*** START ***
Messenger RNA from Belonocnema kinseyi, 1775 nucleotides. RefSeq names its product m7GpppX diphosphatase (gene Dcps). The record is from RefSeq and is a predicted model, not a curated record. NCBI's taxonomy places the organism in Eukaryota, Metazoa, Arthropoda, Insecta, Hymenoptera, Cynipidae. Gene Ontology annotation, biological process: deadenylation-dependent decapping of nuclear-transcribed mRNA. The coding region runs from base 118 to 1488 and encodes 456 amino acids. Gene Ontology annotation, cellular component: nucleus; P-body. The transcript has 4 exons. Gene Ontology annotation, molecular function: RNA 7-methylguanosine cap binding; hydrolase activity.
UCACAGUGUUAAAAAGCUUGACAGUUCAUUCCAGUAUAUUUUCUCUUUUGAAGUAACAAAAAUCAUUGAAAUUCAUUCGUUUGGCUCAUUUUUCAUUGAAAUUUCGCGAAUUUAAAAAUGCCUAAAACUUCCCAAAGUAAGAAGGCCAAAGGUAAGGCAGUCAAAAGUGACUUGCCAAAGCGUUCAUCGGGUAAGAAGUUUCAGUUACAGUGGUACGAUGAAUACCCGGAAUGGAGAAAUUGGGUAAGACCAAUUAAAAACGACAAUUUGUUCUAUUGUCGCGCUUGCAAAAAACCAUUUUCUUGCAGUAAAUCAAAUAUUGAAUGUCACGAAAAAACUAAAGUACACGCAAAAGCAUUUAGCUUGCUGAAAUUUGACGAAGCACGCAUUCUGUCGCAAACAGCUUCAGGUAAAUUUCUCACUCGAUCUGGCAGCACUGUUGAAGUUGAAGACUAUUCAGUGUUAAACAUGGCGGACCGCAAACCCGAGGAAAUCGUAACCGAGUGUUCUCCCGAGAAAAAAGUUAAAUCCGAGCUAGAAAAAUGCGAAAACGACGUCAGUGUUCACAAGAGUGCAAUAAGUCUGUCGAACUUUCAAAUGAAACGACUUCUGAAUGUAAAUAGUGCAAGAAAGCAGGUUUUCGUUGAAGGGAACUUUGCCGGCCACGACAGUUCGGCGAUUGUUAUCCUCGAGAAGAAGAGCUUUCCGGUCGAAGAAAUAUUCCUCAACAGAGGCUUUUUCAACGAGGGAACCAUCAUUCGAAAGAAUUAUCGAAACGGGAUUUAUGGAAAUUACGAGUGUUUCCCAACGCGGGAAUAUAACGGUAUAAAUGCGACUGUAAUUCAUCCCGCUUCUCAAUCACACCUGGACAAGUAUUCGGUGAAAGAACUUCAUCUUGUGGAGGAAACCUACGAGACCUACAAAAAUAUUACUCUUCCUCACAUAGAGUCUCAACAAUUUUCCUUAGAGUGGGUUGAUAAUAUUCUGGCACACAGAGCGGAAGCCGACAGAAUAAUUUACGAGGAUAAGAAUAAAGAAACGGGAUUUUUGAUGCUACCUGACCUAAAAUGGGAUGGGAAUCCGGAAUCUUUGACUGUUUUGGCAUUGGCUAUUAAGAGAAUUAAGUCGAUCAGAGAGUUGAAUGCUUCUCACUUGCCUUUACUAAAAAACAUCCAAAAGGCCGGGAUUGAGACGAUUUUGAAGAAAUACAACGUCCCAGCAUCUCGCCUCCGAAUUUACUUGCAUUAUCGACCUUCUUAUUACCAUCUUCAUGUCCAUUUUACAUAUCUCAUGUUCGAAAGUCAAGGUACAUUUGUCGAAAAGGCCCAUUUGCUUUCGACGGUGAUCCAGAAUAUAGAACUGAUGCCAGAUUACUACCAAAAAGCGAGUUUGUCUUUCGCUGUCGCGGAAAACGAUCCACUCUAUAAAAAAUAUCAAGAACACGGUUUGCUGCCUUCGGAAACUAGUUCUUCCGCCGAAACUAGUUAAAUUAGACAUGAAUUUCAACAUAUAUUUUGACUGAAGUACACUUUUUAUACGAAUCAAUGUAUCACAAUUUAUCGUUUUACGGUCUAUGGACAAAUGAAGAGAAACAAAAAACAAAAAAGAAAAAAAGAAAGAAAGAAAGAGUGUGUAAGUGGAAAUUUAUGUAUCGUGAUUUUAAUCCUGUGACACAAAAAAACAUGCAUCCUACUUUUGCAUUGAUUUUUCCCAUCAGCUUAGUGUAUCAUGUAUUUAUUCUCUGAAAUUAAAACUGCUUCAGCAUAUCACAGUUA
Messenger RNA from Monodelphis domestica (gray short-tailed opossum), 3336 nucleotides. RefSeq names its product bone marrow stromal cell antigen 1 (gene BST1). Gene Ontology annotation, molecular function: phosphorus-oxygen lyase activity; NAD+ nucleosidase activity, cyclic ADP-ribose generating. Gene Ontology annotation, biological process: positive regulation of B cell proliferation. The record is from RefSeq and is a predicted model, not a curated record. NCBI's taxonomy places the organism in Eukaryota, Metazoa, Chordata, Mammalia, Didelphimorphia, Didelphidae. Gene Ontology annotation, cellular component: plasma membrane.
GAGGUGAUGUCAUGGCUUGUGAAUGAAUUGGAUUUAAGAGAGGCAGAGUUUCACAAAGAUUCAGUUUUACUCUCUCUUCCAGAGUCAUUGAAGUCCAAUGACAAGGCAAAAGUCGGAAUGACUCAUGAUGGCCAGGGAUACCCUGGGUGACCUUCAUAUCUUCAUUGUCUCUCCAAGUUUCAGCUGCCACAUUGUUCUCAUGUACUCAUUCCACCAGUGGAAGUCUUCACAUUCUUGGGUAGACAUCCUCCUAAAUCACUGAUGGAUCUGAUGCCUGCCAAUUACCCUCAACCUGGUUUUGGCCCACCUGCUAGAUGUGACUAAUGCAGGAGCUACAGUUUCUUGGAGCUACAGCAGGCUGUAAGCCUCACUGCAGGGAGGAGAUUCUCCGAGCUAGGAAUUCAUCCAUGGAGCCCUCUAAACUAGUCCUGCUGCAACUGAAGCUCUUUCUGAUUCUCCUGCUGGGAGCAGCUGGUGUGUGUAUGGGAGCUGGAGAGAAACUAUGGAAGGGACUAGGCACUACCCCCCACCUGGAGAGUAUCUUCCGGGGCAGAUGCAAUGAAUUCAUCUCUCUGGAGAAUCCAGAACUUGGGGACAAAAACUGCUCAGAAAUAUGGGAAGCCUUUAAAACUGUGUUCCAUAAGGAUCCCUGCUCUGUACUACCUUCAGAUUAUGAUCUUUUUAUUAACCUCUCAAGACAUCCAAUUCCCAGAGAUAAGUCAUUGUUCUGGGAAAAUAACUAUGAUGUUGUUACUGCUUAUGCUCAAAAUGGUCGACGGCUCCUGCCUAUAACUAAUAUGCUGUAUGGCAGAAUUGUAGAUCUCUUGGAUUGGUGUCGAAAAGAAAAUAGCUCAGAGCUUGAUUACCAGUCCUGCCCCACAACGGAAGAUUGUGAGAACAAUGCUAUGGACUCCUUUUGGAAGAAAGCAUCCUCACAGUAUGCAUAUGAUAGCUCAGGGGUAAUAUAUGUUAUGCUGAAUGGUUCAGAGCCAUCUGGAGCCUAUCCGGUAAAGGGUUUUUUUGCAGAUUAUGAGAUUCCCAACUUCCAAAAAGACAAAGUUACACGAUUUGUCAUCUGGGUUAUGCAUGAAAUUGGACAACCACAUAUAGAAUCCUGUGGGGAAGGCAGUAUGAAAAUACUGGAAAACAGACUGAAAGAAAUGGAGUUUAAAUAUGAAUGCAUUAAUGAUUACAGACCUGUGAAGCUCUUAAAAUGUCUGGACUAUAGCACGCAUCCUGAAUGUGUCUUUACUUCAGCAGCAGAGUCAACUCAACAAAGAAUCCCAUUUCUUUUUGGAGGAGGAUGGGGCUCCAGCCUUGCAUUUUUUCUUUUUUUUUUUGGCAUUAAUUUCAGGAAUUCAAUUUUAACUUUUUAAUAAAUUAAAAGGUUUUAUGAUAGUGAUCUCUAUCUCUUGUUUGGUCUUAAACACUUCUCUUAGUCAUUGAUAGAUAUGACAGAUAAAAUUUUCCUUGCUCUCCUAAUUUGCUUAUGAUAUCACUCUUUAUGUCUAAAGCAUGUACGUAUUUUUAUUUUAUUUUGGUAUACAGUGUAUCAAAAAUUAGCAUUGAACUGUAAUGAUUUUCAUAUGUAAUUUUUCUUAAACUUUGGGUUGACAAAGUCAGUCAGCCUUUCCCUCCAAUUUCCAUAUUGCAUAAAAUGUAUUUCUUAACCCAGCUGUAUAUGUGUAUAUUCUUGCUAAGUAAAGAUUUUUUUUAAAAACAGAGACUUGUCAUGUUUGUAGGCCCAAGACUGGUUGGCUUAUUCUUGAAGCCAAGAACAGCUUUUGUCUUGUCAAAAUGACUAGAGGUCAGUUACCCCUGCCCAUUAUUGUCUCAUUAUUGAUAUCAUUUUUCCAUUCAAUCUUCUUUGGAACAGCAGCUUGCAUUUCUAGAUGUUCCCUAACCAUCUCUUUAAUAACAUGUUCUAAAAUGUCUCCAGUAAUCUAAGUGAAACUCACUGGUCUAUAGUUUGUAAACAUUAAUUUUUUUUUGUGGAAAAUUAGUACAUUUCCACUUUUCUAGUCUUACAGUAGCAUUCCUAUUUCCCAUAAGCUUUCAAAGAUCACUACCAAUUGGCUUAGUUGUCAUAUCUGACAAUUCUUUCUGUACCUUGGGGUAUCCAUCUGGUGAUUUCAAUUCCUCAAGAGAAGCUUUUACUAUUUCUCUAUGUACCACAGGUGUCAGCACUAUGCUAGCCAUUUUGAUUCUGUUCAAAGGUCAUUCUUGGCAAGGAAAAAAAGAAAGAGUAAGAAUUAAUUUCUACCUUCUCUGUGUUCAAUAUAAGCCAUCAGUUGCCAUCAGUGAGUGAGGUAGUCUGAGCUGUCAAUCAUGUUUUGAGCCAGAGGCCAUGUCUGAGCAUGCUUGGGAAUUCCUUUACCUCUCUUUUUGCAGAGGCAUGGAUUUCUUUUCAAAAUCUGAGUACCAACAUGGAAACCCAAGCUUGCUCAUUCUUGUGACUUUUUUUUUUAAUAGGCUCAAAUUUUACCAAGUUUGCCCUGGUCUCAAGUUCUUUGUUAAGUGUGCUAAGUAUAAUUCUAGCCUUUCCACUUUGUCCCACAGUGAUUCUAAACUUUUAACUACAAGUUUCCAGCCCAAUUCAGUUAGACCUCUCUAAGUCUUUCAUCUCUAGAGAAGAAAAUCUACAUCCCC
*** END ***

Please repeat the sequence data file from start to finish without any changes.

Messenger RNA from Belonocnema kinseyi, 1775 nucleotides. RefSeq names its product m7GpppX diphosphatase (gene Dcps). The record is from RefSeq and is a predicted model, not a curated record. NCBI's taxonomy places the organism in Eukaryota, Metazoa, Arthropoda, Insecta, Hymenoptera, Cynipidae. Gene Ontology annotation, biological process: deadenylation-dependent decapping of nuclear-transcribed mRNA. The coding region runs from base 118 to 1488 and encodes 456 amino acids. Gene Ontology annotation, cellular component: nucleus; P-body. The transcript has 4 exons. Gene Ontology annotation, molecular function: RNA 7-methylguanosine cap binding; hydrolase activity.
UCACAGUGUUAAAAAGCUUGACAGUUCAUUCCAGUAUAUUUUCUCUUUUGAAGUAACAAAAAUCAUUGAAAUUCAUUCGUUUGGCUCAUUUUUCAUUGAAAUUUCGCGAAUUUAAAAAUGCCUAAAACUUCCCAAAGUAAGAAGGCCAAAGGUAAGGCAGUCAAAAGUGACUUGCCAAAGCGUUCAUCGGGUAAGAAGUUUCAGUUACAGUGGUACGAUGAAUACCCGGAAUGGAGAAAUUGGGUAAGACCAAUUAAAAACGACAAUUUGUUCUAUUGUCGCGCUUGCAAAAAACCAUUUUCUUGCAGUAAAUCAAAUAUUGAAUGUCACGAAAAAACUAAAGUACACGCAAAAGCAUUUAGCUUGCUGAAAUUUGACGAAGCACGCAUUCUGUCGCAAACAGCUUCAGGUAAAUUUCUCACUCGAUCUGGCAGCACUGUUGAAGUUGAAGACUAUUCAGUGUUAAACAUGGCGGACCGCAAACCCGAGGAAAUCGUAACCGAGUGUUCUCCCGAGAAAAAAGUUAAAUCCGAGCUAGAAAAAUGCGAAAACGACGUCAGUGUUCACAAGAGUGCAAUAAGUCUGUCGAACUUUCAAAUGAAACGACUUCUGAAUGUAAAUAGUGCAAGAAAGCAGGUUUUCGUUGAAGGGAACUUUGCCGGCCACGACAGUUCGGCGAUUGUUAUCCUCGAGAAGAAGAGCUUUCCGGUCGAAGAAAUAUUCCUCAACAGAGGCUUUUUCAACGAGGGAACCAUCAUUCGAAAGAAUUAUCGAAACGGGAUUUAUGGAAAUUACGAGUGUUUCCCAACGCGGGAAUAUAACGGUAUAAAUGCGACUGUAAUUCAUCCCGCUUCUCAAUCACACCUGGACAAGUAUUCGGUGAAAGAACUUCAUCUUGUGGAGGAAACCUACGAGACCUACAAAAAUAUUACUCUUCCUCACAUAGAGUCUCAACAAUUUUCCUUAGAGUGGGUUGAUAAUAUUCUGGCACACAGAGCGGAAGCCGACAGAAUAAUUUACGAGGAUAAGAAUAAAGAAACGGGAUUUUUGAUGCUACCUGACCUAAAAUGGGAUGGGAAUCCGGAAUCUUUGACUGUUUUGGCAUUGGCUAUUAAGAGAAUUAAGUCGAUCAGAGAGUUGAAUGCUUCUCACUUGCCUUUACUAAAAAACAUCCAAAAGGCCGGGAUUGAGACGAUUUUGAAGAAAUACAACGUCCCAGCAUCUCGCCUCCGAAUUUACUUGCAUUAUCGACCUUCUUAUUACCAUCUUCAUGUCCAUUUUACAUAUCUCAUGUUCGAAAGUCAAGGUACAUUUGUCGAAAAGGCCCAUUUGCUUUCGACGGUGAUCCAGAAUAUAGAACUGAUGCCAGAUUACUACCAAAAAGCGAGUUUGUCUUUCGCUGUCGCGGAAAACGAUCCACUCUAUAAAAAAUAUCAAGAACACGGUUUGCUGCCUUCGGAAACUAGUUCUUCCGCCGAAACUAGUUAAAUUAGACAUGAAUUUCAACAUAUAUUUUGACUGAAGUACACUUUUUAUACGAAUCAAUGUAUCACAAUUUAUCGUUUUACGGUCUAUGGACAAAUGAAGAGAAACAAAAAACAAAAAAGAAAAAAAGAAAGAAAGAAAGAGUGUGUAAGUGGAAAUUUAUGUAUCGUGAUUUUAAUCCUGUGACACAAAAAAACAUGCAUCCUACUUUUGCAUUGAUUUUUCCCAUCAGCUUAGUGUAUCAUGUAUUUAUUCUCUGAAAUUAAAACUGCUUCAGCAUAUCACAGUUA
Messenger RNA from Monodelphis domestica (gray short-tailed opossum), 3336 nucleotides. RefSeq names its product bone marrow stromal cell antigen 1 (gene BST1). Gene Ontology annotation, molecular function: phosphorus-oxygen lyase activity; NAD+ nucleosidase activity, cyclic ADP-ribose generating. Gene Ontology annotation, biological process: positive regulation of B cell proliferation. The record is from RefSeq and is a predicted model, not a curated record. NCBI's taxonomy places the organism in Eukaryota, Metazoa, Chordata, Mammalia, Didelphimorphia, Didelphidae. Gene Ontology annotation, cellular component: plasma membrane.
GAGGUGAUGUCAUGGCUUGUGAAUGAAUUGGAUUUAAGAGAGGCAGAGUUUCACAAAGAUUCAGUUUUACUCUCUCUUCCAGAGUCAUUGAAGUCCAAUGACAAGGCAAAAGUCGGAAUGACUCAUGAUGGCCAGGGAUACCCUGGGUGACCUUCAUAUCUUCAUUGUCUCUCCAAGUUUCAGCUGCCACAUUGUUCUCAUGUACUCAUUCCACCAGUGGAAGUCUUCACAUUCUUGGGUAGACAUCCUCCUAAAUCACUGAUGGAUCUGAUGCCUGCCAAUUACCCUCAACCUGGUUUUGGCCCACCUGCUAGAUGUGACUAAUGCAGGAGCUACAGUUUCUUGGAGCUACAGCAGGCUGUAAGCCUCACUGCAGGGAGGAGAUUCUCCGAGCUAGGAAUUCAUCCAUGGAGCCCUCUAAACUAGUCCUGCUGCAACUGAAGCUCUUUCUGAUUCUCCUGCUGGGAGCAGCUGGUGUGUGUAUGGGAGCUGGAGAGAAACUAUGGAAGGGACUAGGCACUACCCCCCACCUGGAGAGUAUCUUCCGGGGCAGAUGCAAUGAAUUCAUCUCUCUGGAGAAUCCAGAACUUGGGGACAAAAACUGCUCAGAAAUAUGGGAAGCCUUUAAAACUGUGUUCCAUAAGGAUCCCUGCUCUGUACUACCUUCAGAUUAUGAUCUUUUUAUUAACCUCUCAAGACAUCCAAUUCCCAGAGAUAAGUCAUUGUUCUGGGAAAAUAACUAUGAUGUUGUUACUGCUUAUGCUCAAAAUGGUCGACGGCUCCUGCCUAUAACUAAUAUGCUGUAUGGCAGAAUUGUAGAUCUCUUGGAUUGGUGUCGAAAAGAAAAUAGCUCAGAGCUUGAUUACCAGUCCUGCCCCACAACGGAAGAUUGUGAGAACAAUGCUAUGGACUCCUUUUGGAAGAAAGCAUCCUCACAGUAUGCAUAUGAUAGCUCAGGGGUAAUAUAUGUUAUGCUGAAUGGUUCAGAGCCAUCUGGAGCCUAUCCGGUAAAGGGUUUUUUUGCAGAUUAUGAGAUUCCCAACUUCCAAAAAGACAAAGUUACACGAUUUGUCAUCUGGGUUAUGCAUGAAAUUGGACAACCACAUAUAGAAUCCUGUGGGGAAGGCAGUAUGAAAAUACUGGAAAACAGACUGAAAGAAAUGGAGUUUAAAUAUGAAUGCAUUAAUGAUUACAGACCUGUGAAGCUCUUAAAAUGUCUGGACUAUAGCACGCAUCCUGAAUGUGUCUUUACUUCAGCAGCAGAGUCAACUCAACAAAGAAUCCCAUUUCUUUUUGGAGGAGGAUGGGGCUCCAGCCUUGCAUUUUUUCUUUUUUUUUUUGGCAUUAAUUUCAGGAAUUCAAUUUUAACUUUUUAAUAAAUUAAAAGGUUUUAUGAUAGUGAUCUCUAUCUCUUGUUUGGUCUUAAACACUUCUCUUAGUCAUUGAUAGAUAUGACAGAUAAAAUUUUCCUUGCUCUCCUAAUUUGCUUAUGAUAUCACUCUUUAUGUCUAAAGCAUGUACGUAUUUUUAUUUUAUUUUGGUAUACAGUGUAUCAAAAAUUAGCAUUGAACUGUAAUGAUUUUCAUAUGUAAUUUUUCUUAAACUUUGGGUUGACAAAGUCAGUCAGCCUUUCCCUCCAAUUUCCAUAUUGCAUAAAAUGUAUUUCUUAACCCAGCUGUAUAUGUGUAUAUUCUUGCUAAGUAAAGAUUUUUUUUAAAAACAGAGACUUGUCAUGUUUGUAGGCCCAAGACUGGUUGGCUUAUUCUUGAAGCCAAGAACAGCUUUUGUCUUGUCAAAAUGACUAGAGGUCAGUUACCCCUGCCCAUUAUUGUCUCAUUAUUGAUAUCAUUUUUCCAUUCAAUCUUCUUUGGAACAGCAGCUUGCAUUUCUAGAUGUUCCCUAACCAUCUCUUUAAUAACAUGUUCUAAAAUGUCUCCAGUAAUCUAAGUGAAACUCACUGGUCUAUAGUUUGUAAACAUUAAUUUUUUUUUGUGGAAAAUUAGUACAUUUCCACUUUUCUAGUCUUACAGUAGCAUUCCUAUUUCCCAUAAGCUUUCAAAGAUCACUACCAAUUGGCUUAGUUGUCAUAUCUGACAAUUCUUUCUGUACCUUGGGGUAUCCAUCUGGUGAUUUCAAUUCCUCAAGAGAAGCUUUUACUAUUUCUCUAUGUACCACAGGUGUCAGCACUAUGCUAGCCAUUUUGAUUCUGUUCAAAGGUCAUUCUUGGCAAGGAAAAAAAGAAAGAGUAAGAAUUAAUUUCUACCUUCUCUGUGUUCAAUAUAAGCCAUCAGUUGCCAUCAGUGAGUGAGGUAGUCUGAGCUGUCAAUCAUGUUUUGAGCCAGAGGCCAUGUCUGAGCAUGCUUGGGAAUUCCUUUACCUCUCUUUUUGCAGAGGCAUGGAUUUCUUUUCAAAAUCUGAGUACCAACAUGGAAACCCAAGCUUGCUCAUUCUUGUGACUUUUUUUUUUAAUAGGCUCAAAUUUUACCAAGUUUGCCCUGGUCUCAAGUUCUUUGUUAAGUGUGCUAAGUAUAAUUCUAGCCUUUCCACUUUGUCCCACAGUGAUUCUAAACUUUUAACUACAAGUUUCCAGCCCAAUUCAGUUAGACCUCUCUAAGUCUUUCAUCUCUAGAGAAGAAAAUCUACAUCCCC